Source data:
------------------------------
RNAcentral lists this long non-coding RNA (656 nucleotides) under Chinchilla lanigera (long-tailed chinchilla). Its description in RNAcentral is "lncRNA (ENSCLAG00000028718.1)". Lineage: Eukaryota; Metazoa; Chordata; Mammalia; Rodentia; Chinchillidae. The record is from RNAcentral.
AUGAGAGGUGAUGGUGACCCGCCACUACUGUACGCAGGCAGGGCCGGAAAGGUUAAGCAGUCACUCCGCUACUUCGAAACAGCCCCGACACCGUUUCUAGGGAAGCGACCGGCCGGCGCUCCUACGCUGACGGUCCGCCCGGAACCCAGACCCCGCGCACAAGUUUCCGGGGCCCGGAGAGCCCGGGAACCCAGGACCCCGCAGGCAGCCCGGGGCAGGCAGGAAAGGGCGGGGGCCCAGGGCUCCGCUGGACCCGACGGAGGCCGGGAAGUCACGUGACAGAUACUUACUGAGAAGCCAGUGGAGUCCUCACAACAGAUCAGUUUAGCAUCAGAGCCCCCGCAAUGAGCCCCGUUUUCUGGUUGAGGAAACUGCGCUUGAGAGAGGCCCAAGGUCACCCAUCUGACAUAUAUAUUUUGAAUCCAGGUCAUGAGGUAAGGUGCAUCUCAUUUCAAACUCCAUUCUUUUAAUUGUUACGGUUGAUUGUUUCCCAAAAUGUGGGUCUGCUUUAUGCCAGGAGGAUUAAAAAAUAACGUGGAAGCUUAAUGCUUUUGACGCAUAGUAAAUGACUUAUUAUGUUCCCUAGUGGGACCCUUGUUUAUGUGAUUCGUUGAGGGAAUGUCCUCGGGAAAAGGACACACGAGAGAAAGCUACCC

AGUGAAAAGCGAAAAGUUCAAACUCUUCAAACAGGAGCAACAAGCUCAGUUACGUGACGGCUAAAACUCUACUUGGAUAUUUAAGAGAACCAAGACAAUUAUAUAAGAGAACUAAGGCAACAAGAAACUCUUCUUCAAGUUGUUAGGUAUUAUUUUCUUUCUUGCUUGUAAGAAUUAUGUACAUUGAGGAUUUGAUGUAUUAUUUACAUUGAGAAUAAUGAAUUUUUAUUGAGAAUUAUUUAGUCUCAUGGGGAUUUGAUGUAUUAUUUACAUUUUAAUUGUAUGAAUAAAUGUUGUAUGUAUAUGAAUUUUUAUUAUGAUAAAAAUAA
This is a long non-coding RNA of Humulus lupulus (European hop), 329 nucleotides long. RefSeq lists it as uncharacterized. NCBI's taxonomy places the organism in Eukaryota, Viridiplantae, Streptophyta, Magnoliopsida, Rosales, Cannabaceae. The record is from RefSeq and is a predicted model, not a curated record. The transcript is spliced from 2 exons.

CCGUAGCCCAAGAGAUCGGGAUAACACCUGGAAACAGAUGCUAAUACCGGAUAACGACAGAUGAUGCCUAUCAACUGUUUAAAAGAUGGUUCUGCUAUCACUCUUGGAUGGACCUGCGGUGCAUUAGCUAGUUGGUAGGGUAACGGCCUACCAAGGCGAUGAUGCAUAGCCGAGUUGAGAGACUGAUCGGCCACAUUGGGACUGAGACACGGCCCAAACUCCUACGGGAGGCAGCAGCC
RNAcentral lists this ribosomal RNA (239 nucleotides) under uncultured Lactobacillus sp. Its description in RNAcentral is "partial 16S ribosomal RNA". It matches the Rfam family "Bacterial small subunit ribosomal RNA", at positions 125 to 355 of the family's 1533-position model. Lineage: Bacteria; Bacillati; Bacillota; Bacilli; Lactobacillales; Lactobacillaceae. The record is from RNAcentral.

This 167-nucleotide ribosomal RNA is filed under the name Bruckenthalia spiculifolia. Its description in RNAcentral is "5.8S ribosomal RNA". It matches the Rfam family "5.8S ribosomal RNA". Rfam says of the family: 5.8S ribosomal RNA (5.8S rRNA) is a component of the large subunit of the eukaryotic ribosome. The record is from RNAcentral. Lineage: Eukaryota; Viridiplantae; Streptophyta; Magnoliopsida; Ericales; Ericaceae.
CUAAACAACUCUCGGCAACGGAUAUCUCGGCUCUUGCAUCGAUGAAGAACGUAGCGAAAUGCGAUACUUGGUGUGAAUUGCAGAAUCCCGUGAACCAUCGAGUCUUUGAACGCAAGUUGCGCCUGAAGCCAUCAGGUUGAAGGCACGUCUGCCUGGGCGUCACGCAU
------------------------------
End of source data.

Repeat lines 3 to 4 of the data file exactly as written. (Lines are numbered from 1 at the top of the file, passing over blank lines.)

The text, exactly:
AGUGAAAAGCGAAAAGUUCAAACUCUUCAAACAGGAGCAACAAGCUCAGUUACGUGACGGCUAAAACUCUACUUGGAUAUUUAAGAGAACCAAGACAAUUAUAUAAGAGAACUAAGGCAACAAGAAACUCUUCUUCAAGUUGUUAGGUAUUAUUUUCUUUCUUGCUUGUAAGAAUUAUGUACAUUGAGGAUUUGAUGUAUUAUUUACAUUGAGAAUAAUGAAUUUUUAUUGAGAAUUAUUUAGUCUCAUGGGGAUUUGAUGUAUUAUUUACAUUUUAAUUGUAUGAAUAAAUGUUGUAUGUAUAUGAAUUUUUAUUAUGAUAAAAAUAA
This is a long non-coding RNA of Humulus lupulus (European hop), 329 nucleotides long. RefSeq lists it as uncharacterized. NCBI's taxonomy places the organism in Eukaryota, Viridiplantae, Streptophyta, Magnoliopsida, Rosales, Cannabaceae. The record is from RefSeq and is a predicted model, not a curated record. The transcript is spliced from 2 exons.